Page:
While various fabrics or various types of paper may be used in the manufacture of the applicator, I have found that a rather hard and substantially waterproof material such as parchment paper is admirably suited for the purpose as this material, which is sufficiently flexible to conform to the shape of the finger, is still strong enough to withstand the limited use intended without deterioration. Papers which are softer than the mentioned parchment stock may also be employed but these papers are likewise preferably waterproofed such as by treating with a melamine solution or other suitable waterproofing agent.

The applicator is formed from a blank I of the selected material which is cut, as shown in Figure 2, in the form of a substantial trapezoid with a short tab- 2 extending from themid portion of the narrow end of the blank. One lateral edge of the blank is diagonally slit as shown at 3 dividing this edge into two adjacent tabs, 4 and 5. The central area of the blank at the narrow end is punched to form a series of stud-like embossments 6. As seen in Figure 2, the blank is divided longitudinally by folding lines I and 8, which diverge slightly from opposite ends of the tab 2, into a central trapezoidalpanel 9 and lateral wings I II and I I.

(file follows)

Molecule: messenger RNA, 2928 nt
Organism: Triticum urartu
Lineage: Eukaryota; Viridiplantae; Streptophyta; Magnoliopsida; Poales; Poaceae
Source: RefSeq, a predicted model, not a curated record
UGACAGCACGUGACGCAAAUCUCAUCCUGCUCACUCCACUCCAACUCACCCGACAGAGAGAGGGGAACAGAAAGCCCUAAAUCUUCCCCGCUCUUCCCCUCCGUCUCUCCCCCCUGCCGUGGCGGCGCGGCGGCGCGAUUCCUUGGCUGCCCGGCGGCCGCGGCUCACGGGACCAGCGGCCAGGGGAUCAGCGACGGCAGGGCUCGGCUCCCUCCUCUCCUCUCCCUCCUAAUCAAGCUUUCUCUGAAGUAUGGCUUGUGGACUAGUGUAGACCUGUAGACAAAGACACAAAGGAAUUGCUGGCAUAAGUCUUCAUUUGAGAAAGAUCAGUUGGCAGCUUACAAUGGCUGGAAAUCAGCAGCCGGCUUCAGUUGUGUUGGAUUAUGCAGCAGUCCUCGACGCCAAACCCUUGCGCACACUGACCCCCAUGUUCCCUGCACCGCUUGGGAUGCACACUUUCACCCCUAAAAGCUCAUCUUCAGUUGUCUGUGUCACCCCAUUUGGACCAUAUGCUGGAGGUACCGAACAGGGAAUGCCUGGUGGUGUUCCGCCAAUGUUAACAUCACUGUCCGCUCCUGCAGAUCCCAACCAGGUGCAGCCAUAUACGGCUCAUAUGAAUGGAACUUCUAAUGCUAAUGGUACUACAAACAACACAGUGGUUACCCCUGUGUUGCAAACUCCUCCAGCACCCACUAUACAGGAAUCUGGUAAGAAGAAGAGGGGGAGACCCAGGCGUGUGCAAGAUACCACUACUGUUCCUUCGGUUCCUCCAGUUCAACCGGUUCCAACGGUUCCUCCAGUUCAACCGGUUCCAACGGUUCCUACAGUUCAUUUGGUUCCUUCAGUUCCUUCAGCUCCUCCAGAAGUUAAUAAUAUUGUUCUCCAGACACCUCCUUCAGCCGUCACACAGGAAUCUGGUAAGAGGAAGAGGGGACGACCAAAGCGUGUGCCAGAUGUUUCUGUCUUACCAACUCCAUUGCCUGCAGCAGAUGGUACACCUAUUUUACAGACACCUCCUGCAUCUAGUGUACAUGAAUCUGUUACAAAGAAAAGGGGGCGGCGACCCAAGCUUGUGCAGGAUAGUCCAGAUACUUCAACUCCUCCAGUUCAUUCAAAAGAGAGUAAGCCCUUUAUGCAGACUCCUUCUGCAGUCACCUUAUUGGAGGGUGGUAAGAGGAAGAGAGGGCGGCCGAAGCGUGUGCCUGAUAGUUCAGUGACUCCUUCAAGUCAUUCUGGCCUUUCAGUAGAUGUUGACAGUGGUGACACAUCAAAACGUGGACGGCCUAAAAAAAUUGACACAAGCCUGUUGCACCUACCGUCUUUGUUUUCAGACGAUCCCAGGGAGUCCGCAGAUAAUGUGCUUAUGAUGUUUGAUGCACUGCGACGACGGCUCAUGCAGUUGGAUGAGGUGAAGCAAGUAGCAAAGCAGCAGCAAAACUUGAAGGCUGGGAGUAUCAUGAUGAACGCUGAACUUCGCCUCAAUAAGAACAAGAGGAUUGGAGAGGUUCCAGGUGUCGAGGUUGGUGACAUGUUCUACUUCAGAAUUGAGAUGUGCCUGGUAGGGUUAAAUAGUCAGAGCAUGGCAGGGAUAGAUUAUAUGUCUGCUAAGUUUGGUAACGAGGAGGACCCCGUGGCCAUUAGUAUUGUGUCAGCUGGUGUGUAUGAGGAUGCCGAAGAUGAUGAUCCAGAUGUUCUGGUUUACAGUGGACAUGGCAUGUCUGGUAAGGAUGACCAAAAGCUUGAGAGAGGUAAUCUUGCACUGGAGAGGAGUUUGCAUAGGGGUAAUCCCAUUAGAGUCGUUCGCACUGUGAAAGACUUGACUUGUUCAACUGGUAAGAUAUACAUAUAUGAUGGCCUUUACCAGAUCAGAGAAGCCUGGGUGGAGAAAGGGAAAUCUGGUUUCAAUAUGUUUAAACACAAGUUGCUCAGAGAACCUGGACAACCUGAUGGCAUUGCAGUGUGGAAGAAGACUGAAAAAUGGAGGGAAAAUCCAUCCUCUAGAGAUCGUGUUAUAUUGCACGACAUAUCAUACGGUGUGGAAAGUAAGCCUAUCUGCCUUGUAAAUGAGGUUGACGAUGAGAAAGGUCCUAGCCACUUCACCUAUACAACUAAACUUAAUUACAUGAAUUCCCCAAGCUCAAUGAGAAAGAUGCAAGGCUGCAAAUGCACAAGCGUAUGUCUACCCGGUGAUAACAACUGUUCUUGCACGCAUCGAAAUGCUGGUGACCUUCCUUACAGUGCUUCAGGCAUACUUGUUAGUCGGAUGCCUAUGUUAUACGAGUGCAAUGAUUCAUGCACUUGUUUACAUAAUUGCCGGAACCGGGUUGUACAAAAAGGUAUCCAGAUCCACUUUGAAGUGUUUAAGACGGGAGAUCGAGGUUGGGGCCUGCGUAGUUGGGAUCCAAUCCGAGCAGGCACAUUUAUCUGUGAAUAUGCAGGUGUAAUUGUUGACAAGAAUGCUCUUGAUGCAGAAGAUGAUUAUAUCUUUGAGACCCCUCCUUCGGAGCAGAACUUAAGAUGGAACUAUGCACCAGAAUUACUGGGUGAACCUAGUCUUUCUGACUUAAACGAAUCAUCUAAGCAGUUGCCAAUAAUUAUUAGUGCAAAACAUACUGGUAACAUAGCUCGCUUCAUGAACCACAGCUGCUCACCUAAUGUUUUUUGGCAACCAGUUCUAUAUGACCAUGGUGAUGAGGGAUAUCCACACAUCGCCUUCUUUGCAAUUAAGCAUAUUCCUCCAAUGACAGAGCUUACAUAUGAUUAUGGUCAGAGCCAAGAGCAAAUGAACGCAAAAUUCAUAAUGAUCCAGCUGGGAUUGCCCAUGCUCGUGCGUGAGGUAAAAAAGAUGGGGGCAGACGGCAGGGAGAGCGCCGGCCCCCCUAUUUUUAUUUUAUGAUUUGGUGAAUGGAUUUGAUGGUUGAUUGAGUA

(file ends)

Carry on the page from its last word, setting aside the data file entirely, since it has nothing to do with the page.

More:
To form the applicator, the tab 2 is folded inwardly upon the surface of the panel 9, showing the concave surfaces of the embossments 6.

The wings i and II are 'also folded inwardly upon the panel 9 respectively upon the lines I and 8, the wing 'il overlying the wing II. The longitudinal tab is then secured to the free edge of the wing by a suitable adhesive and the tab 2 may be likewise secured to the overlapping wings. The tab 4 is not secured but is left free for the purposes to be set forth later. Folding and securing thus forms a fiat envelopelike structure of trapezoidal shape open at its longer parallel end.

The dentifrice which is carried by the applicator may be incorporated therewith in any desirable manner, and any type dentifrice may be used, but preferably it should be one having good handling and storing properties.